Discount stores Sell standard merchandise at lower prices by accepting lower margins and selling higher volume.
Direct marketing Selling your product directly to consumers.
Wholesaling All the activities involved in selling goods and services to those buying for resale or business use.
Generated by Koofers.com

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 Marketing segmentationProcess companies use to divide large heterogeneous markets into small markets that can be reached more efficiently and effectively with products and services that match their unique needs.
 Geographic segmentationDivides the market into different geographical units such as nations, regions, states, counties, or cities.
 Demographic segmentationDivides the market into groups based on variables such as age, gender, family size, family life cycle, income, occupation, education, religion, race, generations, and nationality.
 Psychographic segmentationDivides buyers into different groups based on social class, lifestyle, or personality traits.
 Behavioral segmentationDivides buyers into groups based on their knowledge, attitudes, uses, or responses to a product.
 Requirements for effective marketing segmentation (4)Measurable, Accessible, Substantial, Actionable
 Undifferentiated marketingTargets the whole market with one offer.
 Differentiated marketingTargets several different market segments and designs separate offers for each.
 Concentrated marketingTargets a small share of a large market.
 MicromarketingPractice of tailoring products and marketing programs to suit the tastes of specific individuals and locations.
 ProductAnything that can be offered in a market for attention, acquisition, use, or consumption that might satisfy a need or want.
 Consumer productsProducts and services for personal consumption.
 Convenience productsConsumer products and services that the customers usually buys frequently, immediately, and with a minimum comparison and buying effort.
 Shopping productsConsumer products and services that the customer compares carefully on suitability, quality, price, and style.
 Specialty productsConsumer products and services with unique characteristics or brand identification for which a significant group of buyers is willing to make a special purchase effort.
 Product attributesThe benefits of the product or service such as quality, features, and style and design.
 BrandThe name, term, sign, or design , or a combination of these, that identifies the maker or seller of a product or service.
 PackagingInvolves designing and producing the container or wrapper for a product.
 Effective labelingIdentifies the product or brand, describes attributes, and provides promotion.
 New product development (8 stages)1. Idea generation
2. Idea screening
3. Concept development and testing
4. Marketing strategy development
5. Business analysis
6. Product development
7. Test marketing
8. Commercialization


 Product life cycle (5 stages)1. Product development
2. Introduction
3. Growth
4. Maturity
5. Decline

 PriceThe amount of money charged for a product or service.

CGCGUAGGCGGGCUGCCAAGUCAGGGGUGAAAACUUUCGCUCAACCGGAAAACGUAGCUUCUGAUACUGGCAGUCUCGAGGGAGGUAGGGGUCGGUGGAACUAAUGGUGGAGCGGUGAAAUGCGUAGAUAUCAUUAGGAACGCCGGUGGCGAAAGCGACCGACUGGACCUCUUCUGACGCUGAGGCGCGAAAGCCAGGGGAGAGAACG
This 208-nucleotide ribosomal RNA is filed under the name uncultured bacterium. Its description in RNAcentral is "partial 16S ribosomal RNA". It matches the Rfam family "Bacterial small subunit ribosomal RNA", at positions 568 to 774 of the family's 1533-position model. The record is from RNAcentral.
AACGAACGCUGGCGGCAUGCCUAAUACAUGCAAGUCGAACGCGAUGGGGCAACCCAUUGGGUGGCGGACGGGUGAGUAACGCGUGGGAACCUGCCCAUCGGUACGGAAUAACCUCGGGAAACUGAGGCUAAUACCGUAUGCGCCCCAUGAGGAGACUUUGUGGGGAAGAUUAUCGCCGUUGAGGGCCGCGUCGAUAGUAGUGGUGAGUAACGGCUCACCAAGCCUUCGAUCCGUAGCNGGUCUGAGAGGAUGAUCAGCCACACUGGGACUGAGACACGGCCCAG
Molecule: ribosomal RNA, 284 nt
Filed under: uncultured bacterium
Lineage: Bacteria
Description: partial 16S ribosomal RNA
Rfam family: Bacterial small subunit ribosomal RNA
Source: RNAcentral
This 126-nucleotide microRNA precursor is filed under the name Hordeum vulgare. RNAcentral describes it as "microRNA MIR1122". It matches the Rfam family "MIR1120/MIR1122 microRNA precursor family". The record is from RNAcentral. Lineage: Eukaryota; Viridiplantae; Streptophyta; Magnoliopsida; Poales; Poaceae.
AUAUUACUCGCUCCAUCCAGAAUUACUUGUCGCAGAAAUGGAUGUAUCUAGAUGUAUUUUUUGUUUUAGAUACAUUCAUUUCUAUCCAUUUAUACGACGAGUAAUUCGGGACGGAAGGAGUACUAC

Cost-based pricingInvolves setting prices based on the costs for producing, distributing, and selling the product plus a fair rate of return for its effort and risk.
 Value-based pricingUses the buyers' perception of value, not the seller's cost, as the key to pricing.

 Market-skimming pricingA strategy with high initial prices to skim revenue layers from the market.
 Product line pricingTakes into account of the cost differences between products in the line, customer evaluation of their features, and competitors' prices.
 Optional-product pricingTakes into account optional or accessory products along with the main product.
 Captive-product pricingInvolves products that must be used along with the main product.
 Quantity discountReduces prices to buyers who buy large volumes.
 Seasonal discountReduces prices to buyers who purchase merchandise or services out of season.
 Timing pricingReduces prices to buyeres who based on month, day, even hour.
 Promotional pricingTemporarily reduces prices below list price to increase short-run sales.
 Sales promotionThe short-term incentives to encourage purchases or sales of a product or service.
 SamplesOffer a trial amount of a product.
 CouponsCertificates that give buyers a saving when they purchase specified products.
 Cash refunds (rebates)Similar to coupons except it occurs after the purchase.
 Contests, Sweepstakes, GamesGive consumers the chance to win something, such as cash, trips, or goods, by luck or through extra effort.
 Direct-mail marketingInvolves an offer, announcement, reminder, or other item to a person at a particular address. 
 Catalog marketingInvolves printed and web-based catalogs.
 Telephone marketingInvolves using the telephone to sell directly to consumers and business customers.
 Direct response TV marketingInvolves using the telephone to sell directly to consumers and business customers.
 Kiosk marketingInvolves placing information and ordering machines in stores, airports, trade show, and other location.